made it available expressly so that people could play around with a
personal project. I think most people see my point.

That aside, if Fred van Kempen wanted to make a super-linux, he’s quite
wellcome. He won’t be able to make much money on it (distribution fee
only), and I don’t think it’s that good an idea to split linux up, but I
wouldn’t want to stop him even if the copyright let me.

>I don’t think the copyright issue is really the problem. The problem is
>co-ordinating things. Projects like GNU, MINIX, or LINUX only hold together
>if one person is in charge.

Yes, coordination is a big problem, and I don’t think linux will move
away from me as “head surgeon” for some time, partly because most people
understand about these problems. But copyright /is/ an issue: if people
feel I do a bad job, they can do it themselves. Likewise with gcc. The
minix copyright, however, means that if someone feels he could make a
better minix, he either has to make patches (which aren’t that great
whatever you say about them) or start off from scratch (and be attacked
because you have other ideals).

Patches aren’t much fun to distribute: I haven’t made cdiffs for a
single version of linux yet (I expect this to change: soon the patches
will be so much smaller than the kernel that making both patches and a
complete version available is a good idea – note that I’d still make the
whole version available too). Patches upon patches are simply
impractical, especially for people that may do changes themselves.

>>Where is the sizeable group of people that want to evolve gcc in a way that
>>rms/FSF does not approve of?
>A compiler is not something people have much emotional attachment to. If
>the language to be compiled is a given (e.g., an ANSI standard), there isn’t
>much room for people to invent new features. An operating system has unlimited
>opportunity for people to implement their own favorite features.

Well, there’s GNU emacs… Don’t tell us people haven’t got emotional
attachment to editors

Linus

From: dmiller@acg.uucp (David Miller)
Subject: Linux is Obsolete and follow up postings
Date: 3 Feb 92 01:03:46 GMT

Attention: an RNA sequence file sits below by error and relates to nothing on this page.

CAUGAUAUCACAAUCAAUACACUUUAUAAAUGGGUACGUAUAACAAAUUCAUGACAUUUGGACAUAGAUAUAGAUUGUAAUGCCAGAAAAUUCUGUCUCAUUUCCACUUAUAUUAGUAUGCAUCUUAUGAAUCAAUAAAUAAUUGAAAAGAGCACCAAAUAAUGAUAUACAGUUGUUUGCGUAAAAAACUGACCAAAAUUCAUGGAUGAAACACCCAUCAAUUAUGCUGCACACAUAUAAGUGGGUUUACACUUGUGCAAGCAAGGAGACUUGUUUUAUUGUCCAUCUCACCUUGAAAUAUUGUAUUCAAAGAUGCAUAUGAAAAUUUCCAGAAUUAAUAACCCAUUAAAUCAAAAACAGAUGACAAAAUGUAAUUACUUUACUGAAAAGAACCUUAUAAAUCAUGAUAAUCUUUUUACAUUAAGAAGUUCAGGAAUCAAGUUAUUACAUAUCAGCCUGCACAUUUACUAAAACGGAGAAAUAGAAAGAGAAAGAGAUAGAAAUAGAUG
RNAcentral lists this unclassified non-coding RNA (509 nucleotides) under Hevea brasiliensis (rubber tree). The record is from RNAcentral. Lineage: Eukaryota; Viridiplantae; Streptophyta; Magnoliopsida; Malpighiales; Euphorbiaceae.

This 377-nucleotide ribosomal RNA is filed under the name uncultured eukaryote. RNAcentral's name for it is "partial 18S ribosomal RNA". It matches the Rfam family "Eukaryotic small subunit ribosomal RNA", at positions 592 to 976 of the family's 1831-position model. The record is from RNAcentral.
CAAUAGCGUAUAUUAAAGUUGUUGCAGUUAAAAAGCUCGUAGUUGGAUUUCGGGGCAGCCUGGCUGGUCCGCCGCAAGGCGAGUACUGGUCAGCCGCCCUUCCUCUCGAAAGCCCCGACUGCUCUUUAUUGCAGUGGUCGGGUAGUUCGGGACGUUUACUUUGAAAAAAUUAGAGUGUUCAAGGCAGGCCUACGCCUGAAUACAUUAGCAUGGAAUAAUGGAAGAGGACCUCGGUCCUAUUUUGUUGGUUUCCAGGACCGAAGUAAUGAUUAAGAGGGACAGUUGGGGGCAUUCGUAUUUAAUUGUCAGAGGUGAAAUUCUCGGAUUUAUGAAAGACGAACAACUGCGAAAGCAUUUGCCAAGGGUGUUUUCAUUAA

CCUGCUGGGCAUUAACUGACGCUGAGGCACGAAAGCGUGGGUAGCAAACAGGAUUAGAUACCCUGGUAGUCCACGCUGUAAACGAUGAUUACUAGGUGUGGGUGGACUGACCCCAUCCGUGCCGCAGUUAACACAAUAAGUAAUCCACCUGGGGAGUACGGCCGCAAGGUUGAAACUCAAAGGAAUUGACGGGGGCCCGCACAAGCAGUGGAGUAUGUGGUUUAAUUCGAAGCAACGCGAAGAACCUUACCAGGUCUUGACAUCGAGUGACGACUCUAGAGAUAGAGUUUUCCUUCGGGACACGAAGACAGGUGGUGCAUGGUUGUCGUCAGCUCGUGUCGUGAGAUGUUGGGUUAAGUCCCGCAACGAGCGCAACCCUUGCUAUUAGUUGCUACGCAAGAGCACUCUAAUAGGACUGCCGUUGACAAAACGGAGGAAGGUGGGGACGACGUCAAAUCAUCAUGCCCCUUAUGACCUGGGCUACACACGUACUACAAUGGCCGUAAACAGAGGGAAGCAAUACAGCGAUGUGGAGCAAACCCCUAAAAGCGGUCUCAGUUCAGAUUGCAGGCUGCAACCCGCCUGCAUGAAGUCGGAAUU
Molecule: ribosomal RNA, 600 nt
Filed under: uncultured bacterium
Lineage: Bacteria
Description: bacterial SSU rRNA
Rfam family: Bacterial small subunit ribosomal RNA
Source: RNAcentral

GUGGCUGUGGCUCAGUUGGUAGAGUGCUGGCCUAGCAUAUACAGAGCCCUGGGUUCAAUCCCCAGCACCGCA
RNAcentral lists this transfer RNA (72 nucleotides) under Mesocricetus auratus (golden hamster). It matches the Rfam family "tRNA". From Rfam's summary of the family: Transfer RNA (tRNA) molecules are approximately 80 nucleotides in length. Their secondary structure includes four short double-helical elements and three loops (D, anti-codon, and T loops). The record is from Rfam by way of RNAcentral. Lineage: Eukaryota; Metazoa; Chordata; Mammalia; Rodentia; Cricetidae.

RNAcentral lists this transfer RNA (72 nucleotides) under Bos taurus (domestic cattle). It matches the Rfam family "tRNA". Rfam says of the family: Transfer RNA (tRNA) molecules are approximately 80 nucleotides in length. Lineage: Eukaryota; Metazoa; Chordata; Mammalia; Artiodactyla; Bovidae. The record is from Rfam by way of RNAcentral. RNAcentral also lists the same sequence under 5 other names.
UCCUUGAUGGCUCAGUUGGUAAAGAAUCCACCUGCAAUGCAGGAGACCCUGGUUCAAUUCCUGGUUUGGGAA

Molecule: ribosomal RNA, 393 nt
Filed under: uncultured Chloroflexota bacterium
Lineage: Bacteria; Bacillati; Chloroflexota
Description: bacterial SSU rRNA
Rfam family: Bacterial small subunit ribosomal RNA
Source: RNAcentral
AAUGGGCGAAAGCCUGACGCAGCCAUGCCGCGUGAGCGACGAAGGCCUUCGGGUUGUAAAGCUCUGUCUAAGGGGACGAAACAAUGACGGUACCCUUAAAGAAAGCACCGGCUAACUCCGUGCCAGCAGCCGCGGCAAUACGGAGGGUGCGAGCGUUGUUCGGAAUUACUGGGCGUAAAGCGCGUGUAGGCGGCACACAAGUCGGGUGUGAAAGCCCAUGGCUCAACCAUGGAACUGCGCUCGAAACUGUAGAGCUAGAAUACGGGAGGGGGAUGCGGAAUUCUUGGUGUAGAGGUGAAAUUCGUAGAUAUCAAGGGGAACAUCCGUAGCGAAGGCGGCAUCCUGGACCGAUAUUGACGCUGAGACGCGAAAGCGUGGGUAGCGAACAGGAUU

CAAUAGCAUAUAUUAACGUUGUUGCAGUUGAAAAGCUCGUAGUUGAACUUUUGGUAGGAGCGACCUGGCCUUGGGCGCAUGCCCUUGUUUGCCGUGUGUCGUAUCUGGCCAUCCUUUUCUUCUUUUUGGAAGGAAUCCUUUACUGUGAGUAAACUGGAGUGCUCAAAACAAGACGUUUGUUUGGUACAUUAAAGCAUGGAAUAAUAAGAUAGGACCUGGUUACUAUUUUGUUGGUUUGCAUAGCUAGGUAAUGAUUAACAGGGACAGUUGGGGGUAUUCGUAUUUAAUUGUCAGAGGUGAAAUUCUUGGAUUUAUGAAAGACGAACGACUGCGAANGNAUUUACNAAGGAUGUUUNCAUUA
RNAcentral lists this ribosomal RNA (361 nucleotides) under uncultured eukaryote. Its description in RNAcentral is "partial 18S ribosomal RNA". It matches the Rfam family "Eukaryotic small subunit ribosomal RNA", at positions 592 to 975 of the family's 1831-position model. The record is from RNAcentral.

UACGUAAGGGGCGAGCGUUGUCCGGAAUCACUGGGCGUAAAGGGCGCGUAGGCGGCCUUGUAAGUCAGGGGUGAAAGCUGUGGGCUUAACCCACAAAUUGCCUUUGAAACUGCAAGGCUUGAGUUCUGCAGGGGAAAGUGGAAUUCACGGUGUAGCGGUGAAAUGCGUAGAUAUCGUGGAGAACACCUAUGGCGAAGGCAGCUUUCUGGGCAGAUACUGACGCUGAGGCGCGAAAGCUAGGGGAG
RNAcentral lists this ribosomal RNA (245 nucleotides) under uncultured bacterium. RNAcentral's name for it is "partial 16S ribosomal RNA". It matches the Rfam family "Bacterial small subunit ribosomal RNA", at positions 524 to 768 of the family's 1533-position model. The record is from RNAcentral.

Organization: AppliedComputerGroup

As an observer interested in operating system design, I couldn’t resist this
thread. Please realize that I am not really experienced with minux
or linux: I have been into unix for many years. First, a few observations:

Minix was written to be an educational tool for ASTs’ classes, not a commercial
operating system. It was never a design parameter to have it run freely
available source code for unix systems. I think it was also a statement of
how operating systems should be designed, with a micro kernel and seperate
processes covering as much of the required functionality as possible.

Linux was written mostly as a learning exercise on Linus part – how to
program the 386 family. Designing the ultimate operating system was not
an objective. Providing a usable, free platform that would run all sorts
of widely available free software was a consideration, and one that appears
to have been well met.

Criticism from anyone that either of these systems isn’t what *they* would
like it to be is misplaced. After all, anybody that has a computer that will
run either system is free to do what Linus and Andrew did: write your own!

I, for one, applaud Linus for his considerable effort in developing Linux
and his decision to make it free to everybody. I applaud AST for his
effort to make minix affordable – I have real trouble relating to complaints
that minix isn’t free. If you can afford the time to explore minix, and a
basic computer system, $150 is not much more – and you do get a book to go with it. Next, a few questions for the professor: Is minix supposed to be a “real operating system” or an educational tool ? As an educational tool it is an excellent work. As a real operating system it presents some terribly rough edges (why no malloc() ?, just for starters) My feeling from reading The Book and listening to postings here is that you wanted a tool to teach your classes, and a lot of others wanted to play with an affordable operating system. These others have been trying to bolt on enough features to make it a “real operating system”, with less than outstanding success. Why split fundemental os functions, such as memory management, into user processes? As all good *nix gurus know, the means to success is to divide and conquer, with the goal being to *simplify* the problem into managable, well defined components. If splitting basic parts of the operating system into user space processes complicates the function by introducing additional mechanisms (message passing, complicated signals), have we met the objective of simplifying the design and implementation? I agree that *nix has suffered a bad case of feature-itis – especially sysVr4. Perhaps the features that people want for either functionality or compatibility could be offered by run-time loadable modules/libraries that offer these features. The micro-kernel would still be a base-level resource manager that also routes function requests to the appropriate module/library. The modules could be threads or user processes. (I think - os hackers please correct me ) Just my$.04 worth – please feel free to post or email responses.
I have no formal progressive training in computer science, so I am really
asking these questions in ignorance. I suspect a lot of others on the
net have similar questions in their own minds, but I’ve been wrong before.

– David

From: michael@gandalf.informatik.rwth-aachen.de (Michael Haardt)